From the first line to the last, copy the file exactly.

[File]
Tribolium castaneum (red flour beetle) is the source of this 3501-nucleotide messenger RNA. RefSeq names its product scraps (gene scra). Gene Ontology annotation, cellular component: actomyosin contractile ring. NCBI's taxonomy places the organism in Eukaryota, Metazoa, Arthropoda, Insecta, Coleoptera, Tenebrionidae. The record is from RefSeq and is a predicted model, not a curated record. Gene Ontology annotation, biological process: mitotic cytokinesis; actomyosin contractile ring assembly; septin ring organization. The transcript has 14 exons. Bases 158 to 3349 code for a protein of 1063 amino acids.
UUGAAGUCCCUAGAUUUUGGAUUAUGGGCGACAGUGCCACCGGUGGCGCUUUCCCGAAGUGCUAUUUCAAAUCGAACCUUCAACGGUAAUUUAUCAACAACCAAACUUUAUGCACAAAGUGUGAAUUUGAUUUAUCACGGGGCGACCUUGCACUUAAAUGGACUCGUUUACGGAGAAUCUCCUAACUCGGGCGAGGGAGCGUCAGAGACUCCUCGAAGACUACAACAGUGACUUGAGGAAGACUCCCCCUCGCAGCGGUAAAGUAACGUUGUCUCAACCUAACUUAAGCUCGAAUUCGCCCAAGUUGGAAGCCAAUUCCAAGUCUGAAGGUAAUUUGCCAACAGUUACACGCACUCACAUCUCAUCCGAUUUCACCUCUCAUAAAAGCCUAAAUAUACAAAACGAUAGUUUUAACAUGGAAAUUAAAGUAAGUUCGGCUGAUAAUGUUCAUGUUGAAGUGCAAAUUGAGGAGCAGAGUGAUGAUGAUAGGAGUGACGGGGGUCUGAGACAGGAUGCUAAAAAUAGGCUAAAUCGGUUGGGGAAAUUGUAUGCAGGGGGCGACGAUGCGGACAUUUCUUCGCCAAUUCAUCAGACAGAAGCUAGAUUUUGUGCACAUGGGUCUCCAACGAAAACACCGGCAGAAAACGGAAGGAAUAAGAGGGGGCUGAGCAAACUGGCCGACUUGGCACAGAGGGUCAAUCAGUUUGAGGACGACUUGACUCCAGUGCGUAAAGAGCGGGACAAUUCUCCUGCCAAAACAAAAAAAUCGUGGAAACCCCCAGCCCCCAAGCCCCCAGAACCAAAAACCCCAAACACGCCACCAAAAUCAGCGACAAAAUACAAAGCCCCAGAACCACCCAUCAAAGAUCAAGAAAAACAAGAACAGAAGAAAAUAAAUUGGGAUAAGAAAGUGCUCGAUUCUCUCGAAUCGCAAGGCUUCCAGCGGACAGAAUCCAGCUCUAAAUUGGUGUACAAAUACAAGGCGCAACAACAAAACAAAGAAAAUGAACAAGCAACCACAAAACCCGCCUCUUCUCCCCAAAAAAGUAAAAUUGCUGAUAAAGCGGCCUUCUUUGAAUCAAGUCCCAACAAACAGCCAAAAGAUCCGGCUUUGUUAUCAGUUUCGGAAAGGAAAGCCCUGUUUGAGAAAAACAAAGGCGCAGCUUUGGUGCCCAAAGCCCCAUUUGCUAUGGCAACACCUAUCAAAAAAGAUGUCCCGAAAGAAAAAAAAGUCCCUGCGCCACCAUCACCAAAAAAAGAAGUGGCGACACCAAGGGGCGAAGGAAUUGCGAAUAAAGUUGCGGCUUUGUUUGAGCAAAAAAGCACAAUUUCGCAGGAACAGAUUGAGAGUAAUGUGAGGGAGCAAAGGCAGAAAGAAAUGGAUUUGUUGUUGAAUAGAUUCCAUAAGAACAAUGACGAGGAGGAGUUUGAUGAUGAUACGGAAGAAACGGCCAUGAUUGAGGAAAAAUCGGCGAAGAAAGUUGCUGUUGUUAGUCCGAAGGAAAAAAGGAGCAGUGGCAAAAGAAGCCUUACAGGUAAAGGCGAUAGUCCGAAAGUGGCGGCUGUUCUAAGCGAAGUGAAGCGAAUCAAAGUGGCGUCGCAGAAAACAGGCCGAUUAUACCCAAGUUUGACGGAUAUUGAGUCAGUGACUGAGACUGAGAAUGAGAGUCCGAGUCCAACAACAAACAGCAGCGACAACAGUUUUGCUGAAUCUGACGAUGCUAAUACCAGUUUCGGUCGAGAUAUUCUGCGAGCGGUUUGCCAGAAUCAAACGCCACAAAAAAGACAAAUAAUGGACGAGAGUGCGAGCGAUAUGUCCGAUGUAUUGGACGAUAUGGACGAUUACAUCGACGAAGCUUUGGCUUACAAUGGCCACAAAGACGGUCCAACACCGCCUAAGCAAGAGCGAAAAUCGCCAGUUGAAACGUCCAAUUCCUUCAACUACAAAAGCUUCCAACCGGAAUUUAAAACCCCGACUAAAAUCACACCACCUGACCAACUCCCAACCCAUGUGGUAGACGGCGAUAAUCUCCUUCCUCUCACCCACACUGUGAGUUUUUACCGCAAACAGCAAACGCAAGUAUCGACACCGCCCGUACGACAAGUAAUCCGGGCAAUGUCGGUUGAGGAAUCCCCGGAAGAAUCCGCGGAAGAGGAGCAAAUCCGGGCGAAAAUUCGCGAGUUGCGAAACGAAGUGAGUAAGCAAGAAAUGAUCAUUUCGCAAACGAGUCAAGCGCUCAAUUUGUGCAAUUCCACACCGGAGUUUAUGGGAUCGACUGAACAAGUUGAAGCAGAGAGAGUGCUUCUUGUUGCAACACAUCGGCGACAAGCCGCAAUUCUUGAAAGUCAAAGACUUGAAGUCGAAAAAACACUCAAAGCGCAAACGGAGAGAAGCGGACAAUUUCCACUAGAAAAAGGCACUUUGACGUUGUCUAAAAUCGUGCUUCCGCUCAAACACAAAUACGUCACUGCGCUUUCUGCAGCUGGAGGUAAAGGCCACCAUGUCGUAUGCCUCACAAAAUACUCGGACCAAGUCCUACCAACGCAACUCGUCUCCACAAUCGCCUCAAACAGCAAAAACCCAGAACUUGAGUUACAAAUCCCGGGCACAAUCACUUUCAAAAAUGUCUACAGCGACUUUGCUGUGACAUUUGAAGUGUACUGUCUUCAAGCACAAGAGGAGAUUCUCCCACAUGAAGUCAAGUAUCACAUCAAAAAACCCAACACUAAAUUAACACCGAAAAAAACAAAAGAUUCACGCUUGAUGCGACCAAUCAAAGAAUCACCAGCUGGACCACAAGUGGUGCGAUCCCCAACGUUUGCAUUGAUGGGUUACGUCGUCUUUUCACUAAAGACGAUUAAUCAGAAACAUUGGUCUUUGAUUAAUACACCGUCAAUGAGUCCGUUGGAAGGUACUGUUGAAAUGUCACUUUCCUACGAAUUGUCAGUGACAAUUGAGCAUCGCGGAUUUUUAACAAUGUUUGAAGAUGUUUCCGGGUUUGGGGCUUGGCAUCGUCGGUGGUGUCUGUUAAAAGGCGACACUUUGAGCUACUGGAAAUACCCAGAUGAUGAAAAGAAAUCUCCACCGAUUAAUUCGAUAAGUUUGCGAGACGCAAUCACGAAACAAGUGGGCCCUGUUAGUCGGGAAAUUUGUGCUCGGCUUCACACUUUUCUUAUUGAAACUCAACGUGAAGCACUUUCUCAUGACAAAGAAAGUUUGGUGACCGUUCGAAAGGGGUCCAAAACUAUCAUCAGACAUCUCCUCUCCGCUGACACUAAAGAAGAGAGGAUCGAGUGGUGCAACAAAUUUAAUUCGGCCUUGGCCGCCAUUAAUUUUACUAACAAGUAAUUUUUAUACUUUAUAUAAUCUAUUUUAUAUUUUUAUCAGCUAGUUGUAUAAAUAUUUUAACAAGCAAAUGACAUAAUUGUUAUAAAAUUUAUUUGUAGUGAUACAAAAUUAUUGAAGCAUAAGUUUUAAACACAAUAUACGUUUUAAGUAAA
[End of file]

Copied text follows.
Tribolium castaneum (red flour beetle) is the source of this 3501-nucleotide messenger RNA. RefSeq names its product scraps (gene scra). Gene Ontology annotation, cellular component: actomyosin contractile ring. NCBI's taxonomy places the organism in Eukaryota, Metazoa, Arthropoda, Insecta, Coleoptera, Tenebrionidae. The record is from RefSeq and is a predicted model, not a curated record. Gene Ontology annotation, biological process: mitotic cytokinesis; actomyosin contractile ring assembly; septin ring organization. The transcript has 14 exons. Bases 158 to 3349 code for a protein of 1063 amino acids.
UUGAAGUCCCUAGAUUUUGGAUUAUGGGCGACAGUGCCACCGGUGGCGCUUUCCCGAAGUGCUAUUUCAAAUCGAACCUUCAACGGUAAUUUAUCAACAACCAAACUUUAUGCACAAAGUGUGAAUUUGAUUUAUCACGGGGCGACCUUGCACUUAAAUGGACUCGUUUACGGAGAAUCUCCUAACUCGGGCGAGGGAGCGUCAGAGACUCCUCGAAGACUACAACAGUGACUUGAGGAAGACUCCCCCUCGCAGCGGUAAAGUAACGUUGUCUCAACCUAACUUAAGCUCGAAUUCGCCCAAGUUGGAAGCCAAUUCCAAGUCUGAAGGUAAUUUGCCAACAGUUACACGCACUCACAUCUCAUCCGAUUUCACCUCUCAUAAAAGCCUAAAUAUACAAAACGAUAGUUUUAACAUGGAAAUUAAAGUAAGUUCGGCUGAUAAUGUUCAUGUUGAAGUGCAAAUUGAGGAGCAGAGUGAUGAUGAUAGGAGUGACGGGGGUCUGAGACAGGAUGCUAAAAAUAGGCUAAAUCGGUUGGGGAAAUUGUAUGCAGGGGGCGACGAUGCGGACAUUUCUUCGCCAAUUCAUCAGACAGAAGCUAGAUUUUGUGCACAUGGGUCUCCAACGAAAACACCGGCAGAAAACGGAAGGAAUAAGAGGGGGCUGAGCAAACUGGCCGACUUGGCACAGAGGGUCAAUCAGUUUGAGGACGACUUGACUCCAGUGCGUAAAGAGCGGGACAAUUCUCCUGCCAAAACAAAAAAAUCGUGGAAACCCCCAGCCCCCAAGCCCCCAGAACCAAAAACCCCAAACACGCCACCAAAAUCAGCGACAAAAUACAAAGCCCCAGAACCACCCAUCAAAGAUCAAGAAAAACAAGAACAGAAGAAAAUAAAUUGGGAUAAGAAAGUGCUCGAUUCUCUCGAAUCGCAAGGCUUCCAGCGGACAGAAUCCAGCUCUAAAUUGGUGUACAAAUACAAGGCGCAACAACAAAACAAAGAAAAUGAACAAGCAACCACAAAACCCGCCUCUUCUCCCCAAAAAAGUAAAAUUGCUGAUAAAGCGGCCUUCUUUGAAUCAAGUCCCAACAAACAGCCAAAAGAUCCGGCUUUGUUAUCAGUUUCGGAAAGGAAAGCCCUGUUUGAGAAAAACAAAGGCGCAGCUUUGGUGCCCAAAGCCCCAUUUGCUAUGGCAACACCUAUCAAAAAAGAUGUCCCGAAAGAAAAAAAAGUCCCUGCGCCACCAUCACCAAAAAAAGAAGUGGCGACACCAAGGGGCGAAGGAAUUGCGAAUAAAGUUGCGGCUUUGUUUGAGCAAAAAAGCACAAUUUCGCAGGAACAGAUUGAGAGUAAUGUGAGGGAGCAAAGGCAGAAAGAAAUGGAUUUGUUGUUGAAUAGAUUCCAUAAGAACAAUGACGAGGAGGAGUUUGAUGAUGAUACGGAAGAAACGGCCAUGAUUGAGGAAAAAUCGGCGAAGAAAGUUGCUGUUGUUAGUCCGAAGGAAAAAAGGAGCAGUGGCAAAAGAAGCCUUACAGGUAAAGGCGAUAGUCCGAAAGUGGCGGCUGUUCUAAGCGAAGUGAAGCGAAUCAAAGUGGCGUCGCAGAAAACAGGCCGAUUAUACCCAAGUUUGACGGAUAUUGAGUCAGUGACUGAGACUGAGAAUGAGAGUCCGAGUCCAACAACAAACAGCAGCGACAACAGUUUUGCUGAAUCUGACGAUGCUAAUACCAGUUUCGGUCGAGAUAUUCUGCGAGCGGUUUGCCAGAAUCAAACGCCACAAAAAAGACAAAUAAUGGACGAGAGUGCGAGCGAUAUGUCCGAUGUAUUGGACGAUAUGGACGAUUACAUCGACGAAGCUUUGGCUUACAAUGGCCACAAAGACGGUCCAACACCGCCUAAGCAAGAGCGAAAAUCGCCAGUUGAAACGUCCAAUUCCUUCAACUACAAAAGCUUCCAACCGGAAUUUAAAACCCCGACUAAAAUCACACCACCUGACCAACUCCCAACCCAUGUGGUAGACGGCGAUAAUCUCCUUCCUCUCACCCACACUGUGAGUUUUUACCGCAAACAGCAAACGCAAGUAUCGACACCGCCCGUACGACAAGUAAUCCGGGCAAUGUCGGUUGAGGAAUCCCCGGAAGAAUCCGCGGAAGAGGAGCAAAUCCGGGCGAAAAUUCGCGAGUUGCGAAACGAAGUGAGUAAGCAAGAAAUGAUCAUUUCGCAAACGAGUCAAGCGCUCAAUUUGUGCAAUUCCACACCGGAGUUUAUGGGAUCGACUGAACAAGUUGAAGCAGAGAGAGUGCUUCUUGUUGCAACACAUCGGCGACAAGCCGCAAUUCUUGAAAGUCAAAGACUUGAAGUCGAAAAAACACUCAAAGCGCAAACGGAGAGAAGCGGACAAUUUCCACUAGAAAAAGGCACUUUGACGUUGUCUAAAAUCGUGCUUCCGCUCAAACACAAAUACGUCACUGCGCUUUCUGCAGCUGGAGGUAAAGGCCACCAUGUCGUAUGCCUCACAAAAUACUCGGACCAAGUCCUACCAACGCAACUCGUCUCCACAAUCGCCUCAAACAGCAAAAACCCAGAACUUGAGUUACAAAUCCCGGGCACAAUCACUUUCAAAAAUGUCUACAGCGACUUUGCUGUGACAUUUGAAGUGUACUGUCUUCAAGCACAAGAGGAGAUUCUCCCACAUGAAGUCAAGUAUCACAUCAAAAAACCCAACACUAAAUUAACACCGAAAAAAACAAAAGAUUCACGCUUGAUGCGACCAAUCAAAGAAUCACCAGCUGGACCACAAGUGGUGCGAUCCCCAACGUUUGCAUUGAUGGGUUACGUCGUCUUUUCACUAAAGACGAUUAAUCAGAAACAUUGGUCUUUGAUUAAUACACCGUCAAUGAGUCCGUUGGAAGGUACUGUUGAAAUGUCACUUUCCUACGAAUUGUCAGUGACAAUUGAGCAUCGCGGAUUUUUAACAAUGUUUGAAGAUGUUUCCGGGUUUGGGGCUUGGCAUCGUCGGUGGUGUCUGUUAAAAGGCGACACUUUGAGCUACUGGAAAUACCCAGAUGAUGAAAAGAAAUCUCCACCGAUUAAUUCGAUAAGUUUGCGAGACGCAAUCACGAAACAAGUGGGCCCUGUUAGUCGGGAAAUUUGUGCUCGGCUUCACACUUUUCUUAUUGAAACUCAACGUGAAGCACUUUCUCAUGACAAAGAAAGUUUGGUGACCGUUCGAAAGGGGUCCAAAACUAUCAUCAGACAUCUCCUCUCCGCUGACACUAAAGAAGAGAGGAUCGAGUGGUGCAACAAAUUUAAUUCGGCCUUGGCCGCCAUUAAUUUUACUAACAAGUAAUUUUUAUACUUUAUAUAAUCUAUUUUAUAUUUUUAUCAGCUAGUUGUAUAAAUAUUUUAACAAGCAAAUGACAUAAUUGUUAUAAAAUUUAUUUGUAGUGAUACAAAAUUAUUGAAGCAUAAGUUUUAAACACAAUAUACGUUUUAAGUAAA